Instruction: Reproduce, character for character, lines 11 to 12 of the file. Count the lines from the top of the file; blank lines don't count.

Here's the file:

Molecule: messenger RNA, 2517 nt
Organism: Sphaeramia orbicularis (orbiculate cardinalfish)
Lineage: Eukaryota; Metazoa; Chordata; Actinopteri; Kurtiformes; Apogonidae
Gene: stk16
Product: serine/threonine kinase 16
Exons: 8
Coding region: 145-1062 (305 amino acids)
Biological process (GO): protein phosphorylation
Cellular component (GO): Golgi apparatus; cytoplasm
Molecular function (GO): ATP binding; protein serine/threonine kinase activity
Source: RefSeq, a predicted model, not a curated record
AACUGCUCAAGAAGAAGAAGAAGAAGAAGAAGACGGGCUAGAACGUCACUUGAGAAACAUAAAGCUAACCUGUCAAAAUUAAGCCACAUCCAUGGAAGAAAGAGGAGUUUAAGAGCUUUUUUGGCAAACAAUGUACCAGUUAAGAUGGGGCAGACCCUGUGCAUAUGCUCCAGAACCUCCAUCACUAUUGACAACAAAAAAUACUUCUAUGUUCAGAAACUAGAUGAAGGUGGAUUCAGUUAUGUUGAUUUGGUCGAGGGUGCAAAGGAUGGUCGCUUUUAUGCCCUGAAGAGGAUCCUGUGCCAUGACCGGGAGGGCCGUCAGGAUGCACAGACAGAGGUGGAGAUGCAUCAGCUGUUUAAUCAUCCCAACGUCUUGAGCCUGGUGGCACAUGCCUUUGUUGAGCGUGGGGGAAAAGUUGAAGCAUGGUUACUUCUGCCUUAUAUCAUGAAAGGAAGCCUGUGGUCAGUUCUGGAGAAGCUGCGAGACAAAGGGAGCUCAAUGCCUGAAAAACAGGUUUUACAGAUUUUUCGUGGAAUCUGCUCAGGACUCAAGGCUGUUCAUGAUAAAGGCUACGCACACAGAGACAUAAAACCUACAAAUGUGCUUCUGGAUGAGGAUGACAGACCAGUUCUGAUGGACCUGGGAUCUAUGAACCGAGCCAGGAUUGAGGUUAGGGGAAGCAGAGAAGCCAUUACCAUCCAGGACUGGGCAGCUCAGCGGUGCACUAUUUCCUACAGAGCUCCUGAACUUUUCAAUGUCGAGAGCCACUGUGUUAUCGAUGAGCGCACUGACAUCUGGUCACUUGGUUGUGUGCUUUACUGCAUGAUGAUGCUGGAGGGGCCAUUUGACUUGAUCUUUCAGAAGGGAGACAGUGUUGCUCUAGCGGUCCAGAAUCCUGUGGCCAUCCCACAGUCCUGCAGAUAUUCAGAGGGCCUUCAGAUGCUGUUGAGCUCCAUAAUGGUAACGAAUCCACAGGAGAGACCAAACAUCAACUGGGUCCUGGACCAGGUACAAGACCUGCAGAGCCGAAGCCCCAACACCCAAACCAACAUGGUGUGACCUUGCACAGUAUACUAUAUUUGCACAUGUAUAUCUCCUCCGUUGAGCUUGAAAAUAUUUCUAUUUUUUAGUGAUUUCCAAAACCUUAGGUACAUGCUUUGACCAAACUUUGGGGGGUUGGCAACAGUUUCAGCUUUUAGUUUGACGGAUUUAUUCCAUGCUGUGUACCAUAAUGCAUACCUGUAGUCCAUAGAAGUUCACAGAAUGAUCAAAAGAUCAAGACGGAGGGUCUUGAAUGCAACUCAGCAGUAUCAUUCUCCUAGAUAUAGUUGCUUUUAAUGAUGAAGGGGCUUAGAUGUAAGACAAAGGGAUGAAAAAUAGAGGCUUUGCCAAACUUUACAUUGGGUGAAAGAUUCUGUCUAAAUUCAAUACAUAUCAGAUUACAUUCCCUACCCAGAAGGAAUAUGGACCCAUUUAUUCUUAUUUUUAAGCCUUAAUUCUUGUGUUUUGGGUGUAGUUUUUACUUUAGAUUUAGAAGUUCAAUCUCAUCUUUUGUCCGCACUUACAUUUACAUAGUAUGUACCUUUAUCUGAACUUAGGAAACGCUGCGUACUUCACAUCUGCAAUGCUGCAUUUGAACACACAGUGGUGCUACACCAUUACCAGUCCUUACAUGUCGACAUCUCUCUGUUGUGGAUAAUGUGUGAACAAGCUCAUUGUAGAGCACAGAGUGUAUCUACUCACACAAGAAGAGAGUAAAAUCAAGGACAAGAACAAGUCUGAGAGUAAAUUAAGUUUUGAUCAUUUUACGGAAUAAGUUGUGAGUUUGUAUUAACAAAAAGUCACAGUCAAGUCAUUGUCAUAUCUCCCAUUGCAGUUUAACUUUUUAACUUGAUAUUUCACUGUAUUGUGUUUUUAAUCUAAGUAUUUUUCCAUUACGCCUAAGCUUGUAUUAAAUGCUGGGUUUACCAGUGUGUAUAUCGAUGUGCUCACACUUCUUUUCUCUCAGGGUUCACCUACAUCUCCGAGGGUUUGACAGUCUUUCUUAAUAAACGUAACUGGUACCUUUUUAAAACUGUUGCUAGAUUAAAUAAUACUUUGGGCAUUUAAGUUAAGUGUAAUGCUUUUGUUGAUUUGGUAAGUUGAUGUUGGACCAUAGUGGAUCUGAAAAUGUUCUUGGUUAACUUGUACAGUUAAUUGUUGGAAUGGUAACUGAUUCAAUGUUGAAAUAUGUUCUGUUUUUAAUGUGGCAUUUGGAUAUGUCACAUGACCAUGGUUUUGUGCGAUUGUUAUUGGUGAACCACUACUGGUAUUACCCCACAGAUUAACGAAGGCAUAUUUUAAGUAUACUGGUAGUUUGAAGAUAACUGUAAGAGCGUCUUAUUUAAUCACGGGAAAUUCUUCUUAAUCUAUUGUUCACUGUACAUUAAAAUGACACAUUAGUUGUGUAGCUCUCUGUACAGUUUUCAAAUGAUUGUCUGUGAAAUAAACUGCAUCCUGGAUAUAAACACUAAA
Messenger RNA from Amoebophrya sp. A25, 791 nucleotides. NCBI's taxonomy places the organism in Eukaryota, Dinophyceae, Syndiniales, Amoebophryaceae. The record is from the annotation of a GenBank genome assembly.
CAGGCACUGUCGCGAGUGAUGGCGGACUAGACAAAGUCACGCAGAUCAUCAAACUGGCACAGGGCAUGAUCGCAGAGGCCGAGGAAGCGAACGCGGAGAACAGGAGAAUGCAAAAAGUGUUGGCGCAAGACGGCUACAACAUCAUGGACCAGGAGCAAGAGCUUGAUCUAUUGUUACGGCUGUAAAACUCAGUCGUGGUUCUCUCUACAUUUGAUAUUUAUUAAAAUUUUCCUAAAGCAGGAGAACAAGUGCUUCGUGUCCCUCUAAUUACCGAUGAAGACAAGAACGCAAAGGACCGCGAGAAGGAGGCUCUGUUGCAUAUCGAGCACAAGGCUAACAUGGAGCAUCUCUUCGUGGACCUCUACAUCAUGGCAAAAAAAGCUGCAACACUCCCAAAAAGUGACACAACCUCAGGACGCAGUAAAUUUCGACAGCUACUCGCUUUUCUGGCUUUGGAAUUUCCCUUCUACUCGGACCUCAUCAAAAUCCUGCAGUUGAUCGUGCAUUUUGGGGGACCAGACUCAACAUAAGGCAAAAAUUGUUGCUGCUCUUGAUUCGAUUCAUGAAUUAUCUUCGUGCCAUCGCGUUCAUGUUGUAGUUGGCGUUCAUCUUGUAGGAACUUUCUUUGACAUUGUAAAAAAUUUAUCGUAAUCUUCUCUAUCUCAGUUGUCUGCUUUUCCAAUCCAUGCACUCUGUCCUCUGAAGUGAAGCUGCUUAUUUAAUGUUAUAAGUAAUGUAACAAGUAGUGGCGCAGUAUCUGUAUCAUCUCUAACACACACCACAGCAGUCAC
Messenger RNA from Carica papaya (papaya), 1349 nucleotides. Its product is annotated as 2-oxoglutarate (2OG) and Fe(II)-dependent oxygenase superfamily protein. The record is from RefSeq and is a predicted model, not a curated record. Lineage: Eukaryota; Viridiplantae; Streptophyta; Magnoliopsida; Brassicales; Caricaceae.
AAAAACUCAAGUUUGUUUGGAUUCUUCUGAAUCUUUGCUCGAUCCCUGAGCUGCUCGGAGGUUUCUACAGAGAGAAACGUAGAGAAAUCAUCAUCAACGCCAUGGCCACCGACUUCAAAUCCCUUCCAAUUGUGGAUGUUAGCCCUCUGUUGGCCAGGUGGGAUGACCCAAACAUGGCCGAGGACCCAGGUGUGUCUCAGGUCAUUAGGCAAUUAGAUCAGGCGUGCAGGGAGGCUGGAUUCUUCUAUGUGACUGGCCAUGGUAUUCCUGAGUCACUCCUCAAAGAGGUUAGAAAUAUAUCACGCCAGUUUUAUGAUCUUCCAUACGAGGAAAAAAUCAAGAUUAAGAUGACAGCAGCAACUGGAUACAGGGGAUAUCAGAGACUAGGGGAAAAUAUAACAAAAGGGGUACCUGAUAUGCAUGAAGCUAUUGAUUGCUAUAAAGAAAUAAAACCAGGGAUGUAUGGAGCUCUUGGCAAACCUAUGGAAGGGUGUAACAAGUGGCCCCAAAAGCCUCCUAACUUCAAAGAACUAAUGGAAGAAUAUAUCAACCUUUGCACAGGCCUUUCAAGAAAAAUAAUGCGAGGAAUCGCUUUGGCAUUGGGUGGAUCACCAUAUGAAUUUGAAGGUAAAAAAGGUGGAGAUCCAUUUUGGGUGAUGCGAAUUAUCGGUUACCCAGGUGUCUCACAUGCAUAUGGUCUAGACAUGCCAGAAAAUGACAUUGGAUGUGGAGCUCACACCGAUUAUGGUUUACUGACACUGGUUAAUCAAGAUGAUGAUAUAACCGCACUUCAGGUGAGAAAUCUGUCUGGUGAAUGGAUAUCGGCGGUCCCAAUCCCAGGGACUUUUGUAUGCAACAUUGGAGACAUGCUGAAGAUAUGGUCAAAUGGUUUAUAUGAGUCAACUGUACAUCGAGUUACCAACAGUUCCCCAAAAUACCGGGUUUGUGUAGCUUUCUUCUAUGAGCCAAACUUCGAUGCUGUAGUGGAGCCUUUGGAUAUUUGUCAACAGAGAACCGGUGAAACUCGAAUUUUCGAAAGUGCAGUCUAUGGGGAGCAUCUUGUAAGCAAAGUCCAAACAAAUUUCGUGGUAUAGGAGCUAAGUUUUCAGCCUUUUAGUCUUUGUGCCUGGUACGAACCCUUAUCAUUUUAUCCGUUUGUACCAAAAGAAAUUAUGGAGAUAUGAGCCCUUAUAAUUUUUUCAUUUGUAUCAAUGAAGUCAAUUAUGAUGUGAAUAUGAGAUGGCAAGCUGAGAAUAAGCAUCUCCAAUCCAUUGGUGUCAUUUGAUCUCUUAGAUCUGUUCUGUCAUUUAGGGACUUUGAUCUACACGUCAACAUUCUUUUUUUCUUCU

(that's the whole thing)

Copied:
Source: RefSeq, a predicted model, not a curated record
AACUGCUCAAGAAGAAGAAGAAGAAGAAGAAGACGGGCUAGAACGUCACUUGAGAAACAUAAAGCUAACCUGUCAAAAUUAAGCCACAUCCAUGGAAGAAAGAGGAGUUUAAGAGCUUUUUUGGCAAACAAUGUACCAGUUAAGAUGGGGCAGACCCUGUGCAUAUGCUCCAGAACCUCCAUCACUAUUGACAACAAAAAAUACUUCUAUGUUCAGAAACUAGAUGAAGGUGGAUUCAGUUAUGUUGAUUUGGUCGAGGGUGCAAAGGAUGGUCGCUUUUAUGCCCUGAAGAGGAUCCUGUGCCAUGACCGGGAGGGCCGUCAGGAUGCACAGACAGAGGUGGAGAUGCAUCAGCUGUUUAAUCAUCCCAACGUCUUGAGCCUGGUGGCACAUGCCUUUGUUGAGCGUGGGGGAAAAGUUGAAGCAUGGUUACUUCUGCCUUAUAUCAUGAAAGGAAGCCUGUGGUCAGUUCUGGAGAAGCUGCGAGACAAAGGGAGCUCAAUGCCUGAAAAACAGGUUUUACAGAUUUUUCGUGGAAUCUGCUCAGGACUCAAGGCUGUUCAUGAUAAAGGCUACGCACACAGAGACAUAAAACCUACAAAUGUGCUUCUGGAUGAGGAUGACAGACCAGUUCUGAUGGACCUGGGAUCUAUGAACCGAGCCAGGAUUGAGGUUAGGGGAAGCAGAGAAGCCAUUACCAUCCAGGACUGGGCAGCUCAGCGGUGCACUAUUUCCUACAGAGCUCCUGAACUUUUCAAUGUCGAGAGCCACUGUGUUAUCGAUGAGCGCACUGACAUCUGGUCACUUGGUUGUGUGCUUUACUGCAUGAUGAUGCUGGAGGGGCCAUUUGACUUGAUCUUUCAGAAGGGAGACAGUGUUGCUCUAGCGGUCCAGAAUCCUGUGGCCAUCCCACAGUCCUGCAGAUAUUCAGAGGGCCUUCAGAUGCUGUUGAGCUCCAUAAUGGUAACGAAUCCACAGGAGAGACCAAACAUCAACUGGGUCCUGGACCAGGUACAAGACCUGCAGAGCCGAAGCCCCAACACCCAAACCAACAUGGUGUGACCUUGCACAGUAUACUAUAUUUGCACAUGUAUAUCUCCUCCGUUGAGCUUGAAAAUAUUUCUAUUUUUUAGUGAUUUCCAAAACCUUAGGUACAUGCUUUGACCAAACUUUGGGGGGUUGGCAACAGUUUCAGCUUUUAGUUUGACGGAUUUAUUCCAUGCUGUGUACCAUAAUGCAUACCUGUAGUCCAUAGAAGUUCACAGAAUGAUCAAAAGAUCAAGACGGAGGGUCUUGAAUGCAACUCAGCAGUAUCAUUCUCCUAGAUAUAGUUGCUUUUAAUGAUGAAGGGGCUUAGAUGUAAGACAAAGGGAUGAAAAAUAGAGGCUUUGCCAAACUUUACAUUGGGUGAAAGAUUCUGUCUAAAUUCAAUACAUAUCAGAUUACAUUCCCUACCCAGAAGGAAUAUGGACCCAUUUAUUCUUAUUUUUAAGCCUUAAUUCUUGUGUUUUGGGUGUAGUUUUUACUUUAGAUUUAGAAGUUCAAUCUCAUCUUUUGUCCGCACUUACAUUUACAUAGUAUGUACCUUUAUCUGAACUUAGGAAACGCUGCGUACUUCACAUCUGCAAUGCUGCAUUUGAACACACAGUGGUGCUACACCAUUACCAGUCCUUACAUGUCGACAUCUCUCUGUUGUGGAUAAUGUGUGAACAAGCUCAUUGUAGAGCACAGAGUGUAUCUACUCACACAAGAAGAGAGUAAAAUCAAGGACAAGAACAAGUCUGAGAGUAAAUUAAGUUUUGAUCAUUUUACGGAAUAAGUUGUGAGUUUGUAUUAACAAAAAGUCACAGUCAAGUCAUUGUCAUAUCUCCCAUUGCAGUUUAACUUUUUAACUUGAUAUUUCACUGUAUUGUGUUUUUAAUCUAAGUAUUUUUCCAUUACGCCUAAGCUUGUAUUAAAUGCUGGGUUUACCAGUGUGUAUAUCGAUGUGCUCACACUUCUUUUCUCUCAGGGUUCACCUACAUCUCCGAGGGUUUGACAGUCUUUCUUAAUAAACGUAACUGGUACCUUUUUAAAACUGUUGCUAGAUUAAAUAAUACUUUGGGCAUUUAAGUUAAGUGUAAUGCUUUUGUUGAUUUGGUAAGUUGAUGUUGGACCAUAGUGGAUCUGAAAAUGUUCUUGGUUAACUUGUACAGUUAAUUGUUGGAAUGGUAACUGAUUCAAUGUUGAAAUAUGUUCUGUUUUUAAUGUGGCAUUUGGAUAUGUCACAUGACCAUGGUUUUGUGCGAUUGUUAUUGGUGAACCACUACUGGUAUUACCCCACAGAUUAACGAAGGCAUAUUUUAAGUAUACUGGUAGUUUGAAGAUAACUGUAAGAGCGUCUUAUUUAAUCACGGGAAAUUCUUCUUAAUCUAUUGUUCACUGUACAUUAAAAUGACACAUUAGUUGUGUAGCUCUCUGUACAGUUUUCAAAUGAUUGUCUGUGAAAUAAACUGCAUCCUGGAUAUAAACACUAAA